Purchasers wUl And lt to their interest to ex?
amine the Stock before buying.
J. K. VANCE,
sepl3-D*c No. 13 HayneStreeL
SOUTH CAROLINA INSTITUTE
WILL BE HELD
I N CHARLESTON, S. C.,
On the 1st, 2d, 3d, 4ta anti 6th NOVEMBER next.
WILLIAM M. LAWTON.
WILLIAM KIRKWOOD, JOSEPH WALKER,
SECRETARY AND TREASURER:
WILMOT G. DZSAUBSURB.
J. D. AIKEN. EDWARD W. MARSHALL,
R. DEWAR BACOT, FRANCIS J. PORCHEE,
JAMES M. EASON, C. Y. RICHARDSON, J
HEKRT GERDTS, WM. G. VARDELL,
GEO. S. HACKER, JAMBS T. WKLSMAN,
WM. S. HENERET, W. G. WHILDBN.
The Board of Directora of the South Carolina
Instante, after an Interruption of ten years, in
consequence of the war, have determined to re
same the object for which the institution was
chartered by the State, by giving a FAIR la
Charleston, S. 0., commencing NOVEMBER 1ST,
1870, for exhibition of and competition in all
branches of industry. The well-known reputa?
tion of the Institute ls, they presume, sufficient
guarantee to the public that lt will be made a
Railroad and steamboat fares will, they are as?
sured, be reduced so low as to enable persons
from all parts of this and the adjoining States to
visit the City of Charleston daring Fair week.
OVER $10,000 PREMIUMS.
Competition ls invited from all sections of the
country. The highest premiums will be award?
ed to the best productions In Agrlcnlture, Stock,
Agricultural Implements, Mechanics, Manufac?
tures, Art and Industries of every kind. The Pre
tulum List will be generally distributed. Special
premiums will be awarded to largest and best
growth of cotton, rice, corn, and Held crops gen?
erally, and also improved agricultural imple?
No. 1204 Frankford Avenue, above Girard Avenue,
Manufactnrer of Exclusively First-class
Clarences, Landaus, Landanlettea, Close
Coaches, Shifting Quarter Coaches, Coupes, Ba?
rouches, Phretons, Rockaways, Ac, suitable for
private family and public use. Also, Hearses of
most modern styles and finish.
Designs and prices furnished when desired.
Workmanship and tlnlsh second to none In the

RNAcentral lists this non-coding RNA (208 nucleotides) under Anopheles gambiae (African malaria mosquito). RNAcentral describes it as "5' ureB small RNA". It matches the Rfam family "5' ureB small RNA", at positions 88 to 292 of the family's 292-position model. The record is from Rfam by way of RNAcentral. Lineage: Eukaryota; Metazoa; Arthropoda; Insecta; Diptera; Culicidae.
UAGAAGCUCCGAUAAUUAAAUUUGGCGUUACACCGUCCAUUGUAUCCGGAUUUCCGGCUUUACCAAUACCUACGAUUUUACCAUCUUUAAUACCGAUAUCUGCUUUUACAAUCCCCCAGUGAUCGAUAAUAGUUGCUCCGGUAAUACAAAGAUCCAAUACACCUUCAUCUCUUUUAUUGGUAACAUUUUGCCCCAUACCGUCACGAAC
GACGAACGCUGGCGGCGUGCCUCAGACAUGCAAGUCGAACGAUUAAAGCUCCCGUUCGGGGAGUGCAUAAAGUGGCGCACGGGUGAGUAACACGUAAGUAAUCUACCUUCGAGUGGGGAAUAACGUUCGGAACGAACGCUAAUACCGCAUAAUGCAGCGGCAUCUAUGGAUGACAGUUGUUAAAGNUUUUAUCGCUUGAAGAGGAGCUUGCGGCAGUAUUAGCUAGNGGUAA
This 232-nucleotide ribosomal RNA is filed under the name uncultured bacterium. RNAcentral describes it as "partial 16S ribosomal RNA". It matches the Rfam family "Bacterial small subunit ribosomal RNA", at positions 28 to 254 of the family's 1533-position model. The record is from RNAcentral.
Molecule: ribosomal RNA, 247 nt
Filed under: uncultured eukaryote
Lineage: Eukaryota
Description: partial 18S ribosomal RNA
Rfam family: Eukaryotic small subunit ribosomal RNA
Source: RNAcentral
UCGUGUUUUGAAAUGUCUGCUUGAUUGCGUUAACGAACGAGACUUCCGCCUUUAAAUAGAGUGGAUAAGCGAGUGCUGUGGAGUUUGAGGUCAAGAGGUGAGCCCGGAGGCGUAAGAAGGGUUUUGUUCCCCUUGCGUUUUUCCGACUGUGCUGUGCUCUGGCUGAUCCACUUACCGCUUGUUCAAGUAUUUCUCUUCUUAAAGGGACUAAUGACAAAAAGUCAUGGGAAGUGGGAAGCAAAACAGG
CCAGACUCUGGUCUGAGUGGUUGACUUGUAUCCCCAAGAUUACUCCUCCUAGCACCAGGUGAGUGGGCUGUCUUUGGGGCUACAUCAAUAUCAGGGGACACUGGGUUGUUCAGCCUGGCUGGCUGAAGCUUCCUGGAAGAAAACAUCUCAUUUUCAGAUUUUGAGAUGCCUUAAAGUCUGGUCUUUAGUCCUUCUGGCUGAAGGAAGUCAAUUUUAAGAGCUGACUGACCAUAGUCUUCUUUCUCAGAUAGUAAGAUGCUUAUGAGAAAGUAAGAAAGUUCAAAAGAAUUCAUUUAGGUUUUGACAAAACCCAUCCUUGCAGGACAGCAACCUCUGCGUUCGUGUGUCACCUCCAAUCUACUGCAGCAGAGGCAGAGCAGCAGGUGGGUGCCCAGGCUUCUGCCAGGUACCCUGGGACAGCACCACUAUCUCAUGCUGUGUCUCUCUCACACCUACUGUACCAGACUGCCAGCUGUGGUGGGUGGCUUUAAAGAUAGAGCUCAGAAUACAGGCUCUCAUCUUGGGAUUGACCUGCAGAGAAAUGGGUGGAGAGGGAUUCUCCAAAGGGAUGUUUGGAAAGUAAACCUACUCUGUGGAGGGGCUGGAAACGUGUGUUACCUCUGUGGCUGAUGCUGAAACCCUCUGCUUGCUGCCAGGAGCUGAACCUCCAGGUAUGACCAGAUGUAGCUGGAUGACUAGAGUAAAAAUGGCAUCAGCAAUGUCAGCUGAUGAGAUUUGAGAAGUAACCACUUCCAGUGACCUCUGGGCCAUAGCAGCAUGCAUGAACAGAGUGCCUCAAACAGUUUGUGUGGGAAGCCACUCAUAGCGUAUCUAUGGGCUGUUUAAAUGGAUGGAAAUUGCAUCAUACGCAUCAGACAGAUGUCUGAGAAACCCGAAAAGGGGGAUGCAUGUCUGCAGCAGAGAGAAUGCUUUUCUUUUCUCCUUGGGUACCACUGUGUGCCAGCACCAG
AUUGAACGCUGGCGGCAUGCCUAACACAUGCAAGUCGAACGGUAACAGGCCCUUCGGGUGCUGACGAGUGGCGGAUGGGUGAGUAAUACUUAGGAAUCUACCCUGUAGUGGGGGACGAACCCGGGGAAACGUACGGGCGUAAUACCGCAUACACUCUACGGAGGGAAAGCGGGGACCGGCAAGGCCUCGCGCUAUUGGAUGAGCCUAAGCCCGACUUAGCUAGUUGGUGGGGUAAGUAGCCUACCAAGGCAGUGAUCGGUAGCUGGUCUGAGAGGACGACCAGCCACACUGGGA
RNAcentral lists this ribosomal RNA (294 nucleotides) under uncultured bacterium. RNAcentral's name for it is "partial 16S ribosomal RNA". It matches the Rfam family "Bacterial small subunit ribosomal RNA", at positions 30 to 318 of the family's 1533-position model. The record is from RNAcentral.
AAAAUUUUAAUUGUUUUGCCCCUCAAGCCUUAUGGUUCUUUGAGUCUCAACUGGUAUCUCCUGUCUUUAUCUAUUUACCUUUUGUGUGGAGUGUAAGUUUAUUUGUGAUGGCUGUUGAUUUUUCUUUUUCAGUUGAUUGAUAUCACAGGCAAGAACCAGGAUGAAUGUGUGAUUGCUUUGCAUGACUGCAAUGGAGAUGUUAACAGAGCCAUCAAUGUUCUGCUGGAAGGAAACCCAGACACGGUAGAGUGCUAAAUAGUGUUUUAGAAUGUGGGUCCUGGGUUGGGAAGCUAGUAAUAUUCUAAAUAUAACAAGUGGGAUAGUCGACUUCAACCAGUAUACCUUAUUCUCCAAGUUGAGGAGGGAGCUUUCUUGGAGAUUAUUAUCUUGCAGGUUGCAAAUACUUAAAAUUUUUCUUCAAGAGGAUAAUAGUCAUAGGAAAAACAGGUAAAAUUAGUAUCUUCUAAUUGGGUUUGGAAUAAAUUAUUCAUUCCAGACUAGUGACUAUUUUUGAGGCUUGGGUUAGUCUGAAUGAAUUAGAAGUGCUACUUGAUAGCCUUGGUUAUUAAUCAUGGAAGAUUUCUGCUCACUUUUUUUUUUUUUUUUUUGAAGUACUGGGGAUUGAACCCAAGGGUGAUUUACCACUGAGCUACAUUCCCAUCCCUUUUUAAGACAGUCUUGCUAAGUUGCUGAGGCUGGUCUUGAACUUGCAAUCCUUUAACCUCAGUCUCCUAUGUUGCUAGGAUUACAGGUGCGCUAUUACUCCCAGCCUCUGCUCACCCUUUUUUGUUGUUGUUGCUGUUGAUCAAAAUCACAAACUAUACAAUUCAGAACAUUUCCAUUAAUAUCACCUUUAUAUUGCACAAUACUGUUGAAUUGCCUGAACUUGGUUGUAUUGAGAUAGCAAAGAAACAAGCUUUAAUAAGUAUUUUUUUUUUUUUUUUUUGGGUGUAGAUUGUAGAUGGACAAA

Fine and varied stock completed, on hand and
in the works.
Orders receive prompt and personal attention.
All work warranted. sepl2-lmo
C A R D I A N MUTUAL
LIFE INSURANCE COMPANY
ORGANIZED IN 1860.
ALL POLICIES NON-FORFEIT ABLE.
HALF LOAN TAKEN. NO NOTES REQUIRED.
LAST CASH DtVTDEND (FIFTY) 60 P8R CENT.
Polices la force.$25,000,000
Annual Income. 800,000
Losses Paid. 600,000
W. H. PECKHAM, President.
WM. T. HOOKER, Vlce-Preold -1.
L. MCADAM, Secretary and Actuary.
Hon. John A. Dix, New York.
Hon. James Harper, Firm of Harper A Bros., ex
Mayor New York.
John J. Crane, President Bank Republic.
Wm. M. Verallye, Banker, (Venouye A Co.)
Chas. G. Rockwood, Cashier Newark Bankin*
Hon. George Opydyke, ox-Mayor New York.
Minot C. Morgan, Banzer.
Thomas Rigney, Firm Thomas Rigney A Oo.
BenJ. B. Sherman, Treasnrer New York Steam
Sugar Relining Company.
Aaron Arnold, Firm of Arnold, Constable A Co.
Richard H. Bowne, Wetmore A Bowne, Lawyers.
E. V. Haughwoat, Firm E. V. Hanghwont A Co.
Wm. Winsens, Firm of Wilkena A Co.
Julina H. Pratt, Mercian".
Wm. W. Wright, Merchant.
Charles J. Starr, Merchant.
William Allen, Merchant.
Geo. w. Cuylcr, Banker, Palmyra, N. T.
Geo. T. Hope, President continental Fire Inaur
John G. Sherwood, Park Place.
Walton H. Peckham, corner Fifth Avenue and
Edward H. Wright, Newark, N. J.
Geo. W. Farlee, Counsellor.
W. L. Cogswell, Merchant.
KEIM 4 ISSERTEL,
General Agents for South Carolina and Georgia,
Office No. 40 Broad street,
Charleston, S. 0.
Dr. T. REENSTJERNA, Examining Physician,
Authorized Agency for Southern Newspapers.
Publisher's Lowest Cash Rates to alL
DISCOUNT TO LARGE ADVERTISERS.
Legal Notices, Real Estate Sales, and general
advertising inserted In New York World, Tribune,
Journal of Commerce, Evening Post, and other
Northern papers, on favorable terms.
WALKER, EVANS A COGSWELL,*
mch31tutbj No. 3 Broad street.
Oroier?s. tiqaors* 4
Jp A M I L Y FLOUE.
200bbls. Choice FAMILY FLOCK. Jost received
1 ir ec tfrom Virginia and Sr. Loma Mills, and for
tale by RICHARD CALDWELL.
QHOICE BULK SHOULDEBS.
10 hhds. strictly choice bulk. SHOULDERS, land
nrr and for sale by
sepl3-l_HENRY COBLA A CO.
CHOICE SMOKED AND DRY SALTED
BACON AND STRIPS.
40 hhds. and 5 boxes Extra Chice Smoked and
Dry Salted Clear Rib SIDES, SHOULDERS AND
STRIPS, of our celebrated Brand, landing p?r
Baltimore and New York Steamers.
sepl3-tutD2 LADREY & ALEXANDER.
SO boxes Factory CHEESE, landing ex Manhat
tan, and for sale by HENRY COBIA 4 CO.
QORN, FLOUR AND OATS.
16,000 bushels White, Mixed and Yellow CORN
SOO barrels Superfine Flour
250 barrels "Fine" Flour
3,000 bushels Prime Oats.
For sale by T. J. KERR ? CO.
gEA ISLAND BAGGING.
2000 yards superior Sea Island BAGGING.
For sale low, by G. A TRENHOLM A SON.
jyjOLASSES ! MOLASSES !
25 hhds. Superior Muscovado MOLASSES
100 barrels Superior Musco-ado Molasses
25 hhds. Sweet Coba Molasses.
For sale low It) lots tc- suit purchasers by
W, P. BALL,
aepio-atutn.6_Brown k Co.'s Whait.
""PHYSICIANS, PLEASE NOTICE.
GENUINE AND Pw RE MEDICINES.
IODIDE POTASSIUM, Calvert's Carbolid Acid
Citric Acid, Herring's Wine of Colchicum
Herring's Citrate Iron and Quinine
?: Collis Brown's Chlorodyue
German Chloral Hydrate. G. J. LUHN,
Apothecary and Chemist,